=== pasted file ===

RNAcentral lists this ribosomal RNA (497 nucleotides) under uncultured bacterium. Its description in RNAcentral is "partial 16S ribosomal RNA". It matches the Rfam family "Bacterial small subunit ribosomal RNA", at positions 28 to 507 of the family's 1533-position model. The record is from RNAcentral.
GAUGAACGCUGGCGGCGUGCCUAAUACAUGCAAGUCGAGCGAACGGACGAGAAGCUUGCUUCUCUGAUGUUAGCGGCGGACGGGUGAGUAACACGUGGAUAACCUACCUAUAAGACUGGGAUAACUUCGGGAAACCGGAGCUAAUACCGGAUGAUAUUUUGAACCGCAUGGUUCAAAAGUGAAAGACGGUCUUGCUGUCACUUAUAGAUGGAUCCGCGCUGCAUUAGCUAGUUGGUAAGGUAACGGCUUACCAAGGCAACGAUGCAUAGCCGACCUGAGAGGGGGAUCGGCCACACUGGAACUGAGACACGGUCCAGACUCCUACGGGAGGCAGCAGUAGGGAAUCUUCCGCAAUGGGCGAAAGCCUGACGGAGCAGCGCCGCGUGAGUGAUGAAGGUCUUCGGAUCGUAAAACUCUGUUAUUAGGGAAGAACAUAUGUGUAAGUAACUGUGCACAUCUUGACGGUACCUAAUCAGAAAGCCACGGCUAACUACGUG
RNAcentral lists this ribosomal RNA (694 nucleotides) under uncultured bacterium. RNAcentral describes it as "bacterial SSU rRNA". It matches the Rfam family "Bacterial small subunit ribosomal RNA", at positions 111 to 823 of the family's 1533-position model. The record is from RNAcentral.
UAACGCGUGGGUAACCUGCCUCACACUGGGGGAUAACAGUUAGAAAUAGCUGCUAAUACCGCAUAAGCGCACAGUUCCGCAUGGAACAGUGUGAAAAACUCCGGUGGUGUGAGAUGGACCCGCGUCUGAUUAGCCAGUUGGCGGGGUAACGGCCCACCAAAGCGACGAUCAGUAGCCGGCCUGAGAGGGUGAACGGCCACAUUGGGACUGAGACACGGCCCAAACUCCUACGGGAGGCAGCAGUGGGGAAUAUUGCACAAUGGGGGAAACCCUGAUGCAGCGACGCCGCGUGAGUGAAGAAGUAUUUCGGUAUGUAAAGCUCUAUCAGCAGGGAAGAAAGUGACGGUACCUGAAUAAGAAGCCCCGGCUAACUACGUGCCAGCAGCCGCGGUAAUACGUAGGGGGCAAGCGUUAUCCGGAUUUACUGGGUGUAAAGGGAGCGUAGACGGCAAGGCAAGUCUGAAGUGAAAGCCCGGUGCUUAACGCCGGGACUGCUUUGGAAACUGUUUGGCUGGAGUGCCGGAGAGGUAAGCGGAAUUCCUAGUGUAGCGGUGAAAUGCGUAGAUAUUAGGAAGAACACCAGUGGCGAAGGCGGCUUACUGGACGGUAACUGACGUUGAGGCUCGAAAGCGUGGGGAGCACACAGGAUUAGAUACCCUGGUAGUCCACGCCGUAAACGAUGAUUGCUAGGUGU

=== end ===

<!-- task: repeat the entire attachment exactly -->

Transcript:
RNAcentral lists this ribosomal RNA (497 nucleotides) under uncultured bacterium. Its description in RNAcentral is "partial 16S ribosomal RNA". It matches the Rfam family "Bacterial small subunit ribosomal RNA", at positions 28 to 507 of the family's 1533-position model. The record is from RNAcentral.
GAUGAACGCUGGCGGCGUGCCUAAUACAUGCAAGUCGAGCGAACGGACGAGAAGCUUGCUUCUCUGAUGUUAGCGGCGGACGGGUGAGUAACACGUGGAUAACCUACCUAUAAGACUGGGAUAACUUCGGGAAACCGGAGCUAAUACCGGAUGAUAUUUUGAACCGCAUGGUUCAAAAGUGAAAGACGGUCUUGCUGUCACUUAUAGAUGGAUCCGCGCUGCAUUAGCUAGUUGGUAAGGUAACGGCUUACCAAGGCAACGAUGCAUAGCCGACCUGAGAGGGGGAUCGGCCACACUGGAACUGAGACACGGUCCAGACUCCUACGGGAGGCAGCAGUAGGGAAUCUUCCGCAAUGGGCGAAAGCCUGACGGAGCAGCGCCGCGUGAGUGAUGAAGGUCUUCGGAUCGUAAAACUCUGUUAUUAGGGAAGAACAUAUGUGUAAGUAACUGUGCACAUCUUGACGGUACCUAAUCAGAAAGCCACGGCUAACUACGUG
RNAcentral lists this ribosomal RNA (694 nucleotides) under uncultured bacterium. RNAcentral describes it as "bacterial SSU rRNA". It matches the Rfam family "Bacterial small subunit ribosomal RNA", at positions 111 to 823 of the family's 1533-position model. The record is from RNAcentral.
UAACGCGUGGGUAACCUGCCUCACACUGGGGGAUAACAGUUAGAAAUAGCUGCUAAUACCGCAUAAGCGCACAGUUCCGCAUGGAACAGUGUGAAAAACUCCGGUGGUGUGAGAUGGACCCGCGUCUGAUUAGCCAGUUGGCGGGGUAACGGCCCACCAAAGCGACGAUCAGUAGCCGGCCUGAGAGGGUGAACGGCCACAUUGGGACUGAGACACGGCCCAAACUCCUACGGGAGGCAGCAGUGGGGAAUAUUGCACAAUGGGGGAAACCCUGAUGCAGCGACGCCGCGUGAGUGAAGAAGUAUUUCGGUAUGUAAAGCUCUAUCAGCAGGGAAGAAAGUGACGGUACCUGAAUAAGAAGCCCCGGCUAACUACGUGCCAGCAGCCGCGGUAAUACGUAGGGGGCAAGCGUUAUCCGGAUUUACUGGGUGUAAAGGGAGCGUAGACGGCAAGGCAAGUCUGAAGUGAAAGCCCGGUGCUUAACGCCGGGACUGCUUUGGAAACUGUUUGGCUGGAGUGCCGGAGAGGUAAGCGGAAUUCCUAGUGUAGCGGUGAAAUGCGUAGAUAUUAGGAAGAACACCAGUGGCGAAGGCGGCUUACUGGACGGUAACUGACGUUGAGGCUCGAAAGCGUGGGGAGCACACAGGAUUAGAUACCCUGGUAGUCCACGCCGUAAACGAUGAUUGCUAGGUGU